If you will, imagine the scene on July 11 next summer in Johannesburg. There are five minutes left in the World Cup final. England are playing the favourites Spain and, though their opponents have dominated, the score is still 0-0.
The commentary: “Spain, relentless in their surge towards England’s goalbut Hargreaves robs Iniestaand sets Gerrard free. Rooney’s haring towards the penalty areaGerrard finds himacross comes Pique. Oh, what a good tackle! BUT WHAT’S THIS? The Columbian referee has given a penalty! Rooney wasn’t touched! Surely that was a dive!”
Lampard steps up and sends Casillas the wrong way. England 1-0: the final score.
Read the papers the next morning. What’s the predominant headline? “England Rule The World!” Yes, it isn’t “Rooney Cheats To Win England The World Cup!”
There is a tidal wave of hypocrisy and cop-out over diving or, to use its official term, ‘simulation’. However, much like that ‘Spanish performance’, I have been relentless in my condemnation of the practice. It’s cheating and is the biggest problem in today’s game. I have never shirked my responsibility at pointing the finger at authorities who refuse to take proper action against it.
But the condemnation of David Ngog — jumping to avoid Lee Carsley’s lunging tackle and then, to his shame, theatrically diving forward to ‘win’ a penalty — bordered on the xenophobic. I don’t defend the French youngster but would we have been as condemnatory had it been Gerrard or Rooney, Cole or? Sorry, I’m struggling to think of an appropriate Englishman in the Arsenal team!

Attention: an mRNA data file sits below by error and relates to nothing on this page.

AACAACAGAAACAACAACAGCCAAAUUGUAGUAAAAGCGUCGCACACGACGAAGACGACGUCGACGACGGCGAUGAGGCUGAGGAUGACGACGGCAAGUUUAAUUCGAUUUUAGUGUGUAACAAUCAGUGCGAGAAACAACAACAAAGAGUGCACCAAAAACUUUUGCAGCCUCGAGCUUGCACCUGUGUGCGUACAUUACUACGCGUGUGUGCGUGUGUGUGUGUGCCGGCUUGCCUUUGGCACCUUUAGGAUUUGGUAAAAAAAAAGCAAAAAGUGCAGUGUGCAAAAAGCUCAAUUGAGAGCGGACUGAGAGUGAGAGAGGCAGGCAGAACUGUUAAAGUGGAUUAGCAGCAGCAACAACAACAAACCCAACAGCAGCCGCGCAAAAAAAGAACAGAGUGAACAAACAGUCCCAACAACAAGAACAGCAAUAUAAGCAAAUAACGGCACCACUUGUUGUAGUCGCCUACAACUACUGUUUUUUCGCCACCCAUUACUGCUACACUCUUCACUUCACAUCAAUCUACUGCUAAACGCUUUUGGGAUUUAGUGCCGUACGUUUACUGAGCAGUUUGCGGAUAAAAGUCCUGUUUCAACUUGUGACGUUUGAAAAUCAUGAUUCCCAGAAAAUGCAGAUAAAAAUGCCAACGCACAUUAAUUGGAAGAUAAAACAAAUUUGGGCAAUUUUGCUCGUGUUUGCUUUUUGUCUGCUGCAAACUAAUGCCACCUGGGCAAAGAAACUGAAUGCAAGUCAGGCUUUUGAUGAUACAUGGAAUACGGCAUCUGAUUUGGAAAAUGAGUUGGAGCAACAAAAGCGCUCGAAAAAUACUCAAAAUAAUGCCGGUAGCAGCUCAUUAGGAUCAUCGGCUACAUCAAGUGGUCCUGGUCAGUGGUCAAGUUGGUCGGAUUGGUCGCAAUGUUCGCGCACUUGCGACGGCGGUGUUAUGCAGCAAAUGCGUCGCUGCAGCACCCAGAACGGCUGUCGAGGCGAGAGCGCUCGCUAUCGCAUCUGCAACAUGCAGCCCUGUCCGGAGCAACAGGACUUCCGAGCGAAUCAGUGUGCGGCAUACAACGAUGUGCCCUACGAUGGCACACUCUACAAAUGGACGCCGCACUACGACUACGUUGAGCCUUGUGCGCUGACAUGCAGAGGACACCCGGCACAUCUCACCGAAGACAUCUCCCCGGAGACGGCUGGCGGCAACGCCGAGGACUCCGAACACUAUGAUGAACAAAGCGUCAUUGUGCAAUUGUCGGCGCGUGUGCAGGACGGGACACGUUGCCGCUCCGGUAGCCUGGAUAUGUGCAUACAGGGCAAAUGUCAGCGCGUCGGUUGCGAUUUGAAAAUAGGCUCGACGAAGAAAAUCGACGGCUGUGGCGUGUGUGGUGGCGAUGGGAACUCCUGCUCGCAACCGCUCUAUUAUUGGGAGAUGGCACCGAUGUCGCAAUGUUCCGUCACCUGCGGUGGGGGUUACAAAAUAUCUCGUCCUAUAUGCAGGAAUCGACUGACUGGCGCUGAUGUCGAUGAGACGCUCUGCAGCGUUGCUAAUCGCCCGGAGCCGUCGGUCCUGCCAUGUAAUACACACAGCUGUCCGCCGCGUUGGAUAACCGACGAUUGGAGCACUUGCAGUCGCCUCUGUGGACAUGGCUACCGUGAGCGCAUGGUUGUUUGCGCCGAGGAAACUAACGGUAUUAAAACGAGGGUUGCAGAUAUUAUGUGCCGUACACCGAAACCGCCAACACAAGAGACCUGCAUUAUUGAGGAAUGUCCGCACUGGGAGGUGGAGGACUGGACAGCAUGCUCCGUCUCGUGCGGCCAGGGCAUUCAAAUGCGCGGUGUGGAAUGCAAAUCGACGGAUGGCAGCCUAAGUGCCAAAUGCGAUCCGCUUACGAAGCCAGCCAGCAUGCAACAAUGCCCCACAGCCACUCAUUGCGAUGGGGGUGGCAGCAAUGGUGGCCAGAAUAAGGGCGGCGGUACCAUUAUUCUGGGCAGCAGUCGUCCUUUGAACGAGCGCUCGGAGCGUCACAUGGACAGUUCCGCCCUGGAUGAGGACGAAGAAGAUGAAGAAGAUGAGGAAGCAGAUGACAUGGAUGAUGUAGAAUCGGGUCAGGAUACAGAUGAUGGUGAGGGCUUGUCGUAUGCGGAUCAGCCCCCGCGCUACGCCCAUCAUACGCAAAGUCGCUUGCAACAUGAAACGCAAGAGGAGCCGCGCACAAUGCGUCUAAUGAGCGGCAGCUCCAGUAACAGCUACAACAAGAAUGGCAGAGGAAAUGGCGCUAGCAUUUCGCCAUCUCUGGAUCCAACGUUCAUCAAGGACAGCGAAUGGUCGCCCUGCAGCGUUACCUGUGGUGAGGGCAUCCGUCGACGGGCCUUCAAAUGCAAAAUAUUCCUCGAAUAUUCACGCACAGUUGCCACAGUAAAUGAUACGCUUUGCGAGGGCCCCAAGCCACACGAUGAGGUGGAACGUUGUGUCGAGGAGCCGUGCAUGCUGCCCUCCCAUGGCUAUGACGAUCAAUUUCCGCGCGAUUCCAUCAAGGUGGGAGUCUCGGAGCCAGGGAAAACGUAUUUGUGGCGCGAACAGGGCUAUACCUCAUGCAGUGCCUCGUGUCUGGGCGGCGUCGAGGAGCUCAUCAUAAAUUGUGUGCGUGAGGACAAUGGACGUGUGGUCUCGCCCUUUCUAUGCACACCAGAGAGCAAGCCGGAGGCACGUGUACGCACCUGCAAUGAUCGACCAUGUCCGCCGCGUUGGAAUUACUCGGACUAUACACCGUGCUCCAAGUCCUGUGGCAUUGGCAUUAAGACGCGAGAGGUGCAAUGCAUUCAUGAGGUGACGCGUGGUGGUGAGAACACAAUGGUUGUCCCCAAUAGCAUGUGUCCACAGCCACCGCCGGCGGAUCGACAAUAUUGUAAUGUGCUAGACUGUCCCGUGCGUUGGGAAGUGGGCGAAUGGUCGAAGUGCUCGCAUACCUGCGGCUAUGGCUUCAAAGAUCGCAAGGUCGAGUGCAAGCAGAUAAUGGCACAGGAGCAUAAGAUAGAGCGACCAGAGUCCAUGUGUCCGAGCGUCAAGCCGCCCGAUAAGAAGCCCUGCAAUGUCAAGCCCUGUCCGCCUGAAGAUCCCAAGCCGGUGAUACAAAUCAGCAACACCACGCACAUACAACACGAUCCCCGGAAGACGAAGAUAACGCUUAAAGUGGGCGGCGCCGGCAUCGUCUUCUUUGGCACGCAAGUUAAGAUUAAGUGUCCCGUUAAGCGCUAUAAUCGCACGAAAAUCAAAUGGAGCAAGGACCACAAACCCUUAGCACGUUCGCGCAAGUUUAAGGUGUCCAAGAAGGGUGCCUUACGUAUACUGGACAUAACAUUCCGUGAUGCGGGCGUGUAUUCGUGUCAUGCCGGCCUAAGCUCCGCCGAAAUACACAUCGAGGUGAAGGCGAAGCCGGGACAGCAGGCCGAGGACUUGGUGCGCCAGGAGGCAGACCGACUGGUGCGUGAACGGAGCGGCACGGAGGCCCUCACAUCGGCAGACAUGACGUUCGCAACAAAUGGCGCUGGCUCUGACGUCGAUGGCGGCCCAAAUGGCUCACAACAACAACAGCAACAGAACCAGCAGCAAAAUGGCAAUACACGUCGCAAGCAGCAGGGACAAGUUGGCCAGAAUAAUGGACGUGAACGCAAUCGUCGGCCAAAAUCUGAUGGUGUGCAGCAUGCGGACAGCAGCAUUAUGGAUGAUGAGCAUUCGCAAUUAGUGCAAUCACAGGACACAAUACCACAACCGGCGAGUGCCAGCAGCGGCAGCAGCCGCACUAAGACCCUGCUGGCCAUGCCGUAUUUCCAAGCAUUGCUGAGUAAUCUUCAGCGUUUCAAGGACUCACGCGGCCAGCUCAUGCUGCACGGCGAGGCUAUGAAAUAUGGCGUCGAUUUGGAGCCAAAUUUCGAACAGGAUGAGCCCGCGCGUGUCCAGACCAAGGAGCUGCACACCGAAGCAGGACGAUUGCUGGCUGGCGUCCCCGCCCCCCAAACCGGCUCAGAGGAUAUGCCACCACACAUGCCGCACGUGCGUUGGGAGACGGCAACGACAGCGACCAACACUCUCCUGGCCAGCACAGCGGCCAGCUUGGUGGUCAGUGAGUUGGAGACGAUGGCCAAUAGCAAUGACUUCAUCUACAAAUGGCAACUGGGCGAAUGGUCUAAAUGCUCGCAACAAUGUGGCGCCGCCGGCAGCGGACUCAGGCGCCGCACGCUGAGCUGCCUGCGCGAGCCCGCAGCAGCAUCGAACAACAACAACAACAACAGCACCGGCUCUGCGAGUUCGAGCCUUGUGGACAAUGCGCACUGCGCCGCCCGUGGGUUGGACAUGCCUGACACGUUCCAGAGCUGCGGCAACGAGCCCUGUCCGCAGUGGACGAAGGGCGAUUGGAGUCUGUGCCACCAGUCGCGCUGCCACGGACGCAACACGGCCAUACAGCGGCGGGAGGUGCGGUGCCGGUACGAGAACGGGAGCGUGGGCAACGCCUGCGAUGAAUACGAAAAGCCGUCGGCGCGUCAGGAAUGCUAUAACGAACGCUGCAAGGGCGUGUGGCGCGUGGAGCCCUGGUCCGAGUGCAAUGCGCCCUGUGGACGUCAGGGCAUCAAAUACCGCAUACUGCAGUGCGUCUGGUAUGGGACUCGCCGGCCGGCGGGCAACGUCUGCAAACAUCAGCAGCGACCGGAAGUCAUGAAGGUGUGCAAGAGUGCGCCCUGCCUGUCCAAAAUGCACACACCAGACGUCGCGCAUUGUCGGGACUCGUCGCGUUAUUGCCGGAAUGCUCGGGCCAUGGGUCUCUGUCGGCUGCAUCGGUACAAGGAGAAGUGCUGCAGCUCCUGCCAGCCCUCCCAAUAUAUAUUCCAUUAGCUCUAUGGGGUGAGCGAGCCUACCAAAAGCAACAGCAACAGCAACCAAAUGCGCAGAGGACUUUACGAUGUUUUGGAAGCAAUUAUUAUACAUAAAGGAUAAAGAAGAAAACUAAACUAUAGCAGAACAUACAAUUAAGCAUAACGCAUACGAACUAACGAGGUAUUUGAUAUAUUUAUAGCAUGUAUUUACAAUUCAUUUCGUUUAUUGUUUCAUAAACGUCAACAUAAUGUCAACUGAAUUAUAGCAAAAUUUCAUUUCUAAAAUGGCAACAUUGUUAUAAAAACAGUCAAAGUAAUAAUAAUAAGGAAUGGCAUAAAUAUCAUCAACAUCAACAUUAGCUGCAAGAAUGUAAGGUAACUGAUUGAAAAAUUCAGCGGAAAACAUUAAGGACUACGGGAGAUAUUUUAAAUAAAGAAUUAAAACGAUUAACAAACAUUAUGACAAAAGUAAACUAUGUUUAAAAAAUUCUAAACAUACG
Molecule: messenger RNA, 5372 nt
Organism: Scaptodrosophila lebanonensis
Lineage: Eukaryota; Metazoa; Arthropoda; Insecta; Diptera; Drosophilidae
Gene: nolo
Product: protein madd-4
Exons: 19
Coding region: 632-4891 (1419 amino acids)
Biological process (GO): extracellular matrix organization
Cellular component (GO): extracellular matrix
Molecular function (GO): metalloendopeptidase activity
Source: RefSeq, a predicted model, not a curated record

The problem is that we ‘pick and choose’. It’s long over-due that we in the media and, more importantly, the authorities — the FA, UEFA and FIFA — tackle this disease head on. Stop pussy-footing around. Forget a player’s nationality or his ‘high-profile’. Nail the cheats. And don’t let Eduardo off even if he is a foreigner.
Both the managers of Liverpool and Birmingham City said that it hadn’t been a penalty at Anfield but you’re not telling me that Rafa Benitez pulled Ngog aside afterwards, told him the amount of the club fine and said he’d be ‘out the door’ if it ever happened again. And nor would Alex McLeish if the culprit had been James McFadden.
Diving will only be eradicated if the punishment is enough of a deterrent. The occasional yellow card — and they’re flourished hap-hazardly — isn’t sufficient. Why not treat it like violent conduct and hand out a three-match ban?
And, if the referee hasn’t seen it — I felt really sorry for Peter Walton, a good official, who didn’t warrant the criticism he took — then do what should be done after EVERY controversial incident in a game: sit down afterwards, watch the televised coverage of the match and hand out retrospective punishment if it’s appropriate.
Only then might we begin to get rid of diving.